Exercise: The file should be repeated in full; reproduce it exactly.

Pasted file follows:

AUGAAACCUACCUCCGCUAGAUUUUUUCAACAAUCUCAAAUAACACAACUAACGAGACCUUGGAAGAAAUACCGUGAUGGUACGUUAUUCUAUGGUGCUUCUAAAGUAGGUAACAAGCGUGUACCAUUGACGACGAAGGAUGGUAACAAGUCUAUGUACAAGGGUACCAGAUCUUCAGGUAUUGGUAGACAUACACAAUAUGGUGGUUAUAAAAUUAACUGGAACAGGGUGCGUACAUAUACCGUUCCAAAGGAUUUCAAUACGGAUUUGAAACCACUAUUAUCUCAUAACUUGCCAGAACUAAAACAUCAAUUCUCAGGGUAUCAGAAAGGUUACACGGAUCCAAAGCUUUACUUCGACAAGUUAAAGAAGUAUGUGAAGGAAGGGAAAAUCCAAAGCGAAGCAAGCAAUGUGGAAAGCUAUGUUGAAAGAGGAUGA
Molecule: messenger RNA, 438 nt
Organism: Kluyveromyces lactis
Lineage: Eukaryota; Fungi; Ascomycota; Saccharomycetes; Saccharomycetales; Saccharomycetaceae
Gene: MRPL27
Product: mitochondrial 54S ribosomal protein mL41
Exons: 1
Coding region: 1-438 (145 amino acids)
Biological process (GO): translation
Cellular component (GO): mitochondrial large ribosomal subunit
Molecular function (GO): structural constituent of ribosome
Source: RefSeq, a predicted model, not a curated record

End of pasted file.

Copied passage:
AUGAAACCUACCUCCGCUAGAUUUUUUCAACAAUCUCAAAUAACACAACUAACGAGACCUUGGAAGAAAUACCGUGAUGGUACGUUAUUCUAUGGUGCUUCUAAAGUAGGUAACAAGCGUGUACCAUUGACGACGAAGGAUGGUAACAAGUCUAUGUACAAGGGUACCAGAUCUUCAGGUAUUGGUAGACAUACACAAUAUGGUGGUUAUAAAAUUAACUGGAACAGGGUGCGUACAUAUACCGUUCCAAAGGAUUUCAAUACGGAUUUGAAACCACUAUUAUCUCAUAACUUGCCAGAACUAAAACAUCAAUUCUCAGGGUAUCAGAAAGGUUACACGGAUCCAAAGCUUUACUUCGACAAGUUAAAGAAGUAUGUGAAGGAAGGGAAAAUCCAAAGCGAAGCAAGCAAUGUGGAAAGCUAUGUUGAAAGAGGAUGA
Molecule: messenger RNA, 438 nt
Organism: Kluyveromyces lactis
Lineage: Eukaryota; Fungi; Ascomycota; Saccharomycetes; Saccharomycetales; Saccharomycetaceae
Gene: MRPL27
Product: mitochondrial 54S ribosomal protein mL41
Exons: 1
Coding region: 1-438 (145 amino acids)
Biological process (GO): translation
Cellular component (GO): mitochondrial large ribosomal subunit
Molecular function (GO): structural constituent of ribosome
Source: RefSeq, a predicted model, not a curated record